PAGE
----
Room: Exhibit Hall | Forum 9
Purpose: Until now, real-time 3D image guided radiotherapy (IGRT) has been the domain of boutique cancer radiotherapy systems. However, this paradigm is changing. Real-time 3D IGRT using widely available standard equipped cancer radiotherapy systems has been clinically implemented in three novel ways by three groups over three continents. This study will describe and assess the impact of these real-time 3D IGRT implementations.
Methods: After over a decade of theoretical and pre-clinical development, three groups have clinically implemented three novel real-time 3D IGRT solutions on standard-equipped linear accelerators. These technologies encompass kilovoltage, combined megavoltage-kilovoltage and combined kilovoltage-optical imaging. The cancer sites treated span prostate and liver tumors where respiratory motion is present. For each method the 3D-measured motion during treatment is reported. Post-treatment, dose reconstruction is used to assess the treatment quality in the presence of motion with and without real-time 3D IGRT. The geometric accuracy was quantified through phantom experiments.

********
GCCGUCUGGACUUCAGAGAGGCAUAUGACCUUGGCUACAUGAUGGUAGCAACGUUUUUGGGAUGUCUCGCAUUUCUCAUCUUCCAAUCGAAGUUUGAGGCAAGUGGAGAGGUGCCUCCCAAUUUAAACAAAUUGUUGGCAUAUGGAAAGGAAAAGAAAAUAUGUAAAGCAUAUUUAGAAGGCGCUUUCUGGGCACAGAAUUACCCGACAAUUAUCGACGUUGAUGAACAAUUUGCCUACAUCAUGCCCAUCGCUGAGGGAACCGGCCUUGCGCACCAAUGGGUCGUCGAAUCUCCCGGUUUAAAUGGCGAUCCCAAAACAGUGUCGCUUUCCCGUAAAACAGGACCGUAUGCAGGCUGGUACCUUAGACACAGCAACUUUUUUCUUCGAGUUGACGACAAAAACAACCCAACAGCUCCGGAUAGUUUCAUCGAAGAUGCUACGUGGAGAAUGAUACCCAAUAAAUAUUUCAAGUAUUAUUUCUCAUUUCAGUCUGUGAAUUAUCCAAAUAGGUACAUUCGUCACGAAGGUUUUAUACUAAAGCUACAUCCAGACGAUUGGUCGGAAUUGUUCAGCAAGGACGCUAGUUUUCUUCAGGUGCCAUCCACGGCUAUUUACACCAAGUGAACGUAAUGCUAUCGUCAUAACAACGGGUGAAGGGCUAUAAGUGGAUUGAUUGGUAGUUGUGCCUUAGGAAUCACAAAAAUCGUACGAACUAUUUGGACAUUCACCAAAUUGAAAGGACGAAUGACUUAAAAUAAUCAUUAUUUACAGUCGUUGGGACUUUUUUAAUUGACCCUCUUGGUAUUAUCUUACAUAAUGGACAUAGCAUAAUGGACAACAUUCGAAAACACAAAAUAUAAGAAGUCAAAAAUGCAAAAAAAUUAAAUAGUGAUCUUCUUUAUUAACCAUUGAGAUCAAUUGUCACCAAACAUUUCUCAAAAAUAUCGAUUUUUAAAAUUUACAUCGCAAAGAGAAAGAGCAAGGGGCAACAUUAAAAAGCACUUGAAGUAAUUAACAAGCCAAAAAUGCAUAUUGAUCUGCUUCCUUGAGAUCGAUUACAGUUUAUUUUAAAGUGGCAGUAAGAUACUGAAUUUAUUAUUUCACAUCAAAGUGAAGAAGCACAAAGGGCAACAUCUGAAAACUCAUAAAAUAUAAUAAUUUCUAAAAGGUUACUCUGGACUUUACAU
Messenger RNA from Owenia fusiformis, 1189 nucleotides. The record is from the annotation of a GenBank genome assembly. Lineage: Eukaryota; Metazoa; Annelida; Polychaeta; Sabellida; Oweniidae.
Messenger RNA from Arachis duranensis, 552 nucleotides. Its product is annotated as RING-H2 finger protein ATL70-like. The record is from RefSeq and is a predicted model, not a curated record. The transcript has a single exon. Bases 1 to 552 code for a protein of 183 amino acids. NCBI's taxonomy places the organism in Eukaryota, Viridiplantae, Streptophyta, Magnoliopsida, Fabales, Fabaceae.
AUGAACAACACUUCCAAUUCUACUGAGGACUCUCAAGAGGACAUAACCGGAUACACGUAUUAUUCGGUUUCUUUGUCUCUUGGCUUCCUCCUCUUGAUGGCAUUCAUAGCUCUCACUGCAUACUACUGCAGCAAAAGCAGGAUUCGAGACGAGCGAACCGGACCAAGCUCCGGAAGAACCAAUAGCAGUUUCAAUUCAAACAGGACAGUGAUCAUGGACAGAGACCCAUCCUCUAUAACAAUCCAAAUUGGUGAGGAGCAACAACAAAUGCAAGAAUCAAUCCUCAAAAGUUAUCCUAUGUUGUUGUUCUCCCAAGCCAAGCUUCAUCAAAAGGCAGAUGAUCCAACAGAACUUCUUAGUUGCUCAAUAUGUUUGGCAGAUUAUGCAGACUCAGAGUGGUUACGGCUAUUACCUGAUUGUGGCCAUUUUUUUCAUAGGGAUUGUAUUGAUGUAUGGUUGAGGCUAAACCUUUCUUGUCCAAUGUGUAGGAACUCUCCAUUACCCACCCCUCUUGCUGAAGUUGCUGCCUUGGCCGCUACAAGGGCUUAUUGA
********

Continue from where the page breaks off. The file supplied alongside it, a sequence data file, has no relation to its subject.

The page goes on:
Results: All three real-time 3D IGRT methods were successfully clinically implemented with over 200 prostate and liver cancer patients treated to date. Systematic target position shifts were observed during treatment using all three methods. Dose reconstruction demonstrated that the delivered dose is closer to the planned dose with real-time 3D IGRT compared to without real-time 3D IGRT. In addition, compromised target dose coverage and variable normal tissue doses were found without real-time 3D IGRT. The geometric accuracy results with real-time 3D IGRT had a mean error of <0.5mm and a standard deviation of less than 1.1mm.
Conclusion: Multiple clinical implementations of real-time 3D IGRT on standard-equipped cancer radiotherapy systems have been recently demonstrated. These in-house solutions provide a pathway for the broader adoption of methods to make radiotherapy more accurate, impacting tumor and normal tissue dose, margins and ultimately patient outcomes.
Funding Support, Disclosures, and Conflict of Interest: Grants from the National Cancer Institute, Cancer Australia, Australian Government NHMRC and Varian Medical Systems. Two authors have a kV imaging-related patent licensed to Varian Medical Systems and Leo Cancer Care by Stanford University.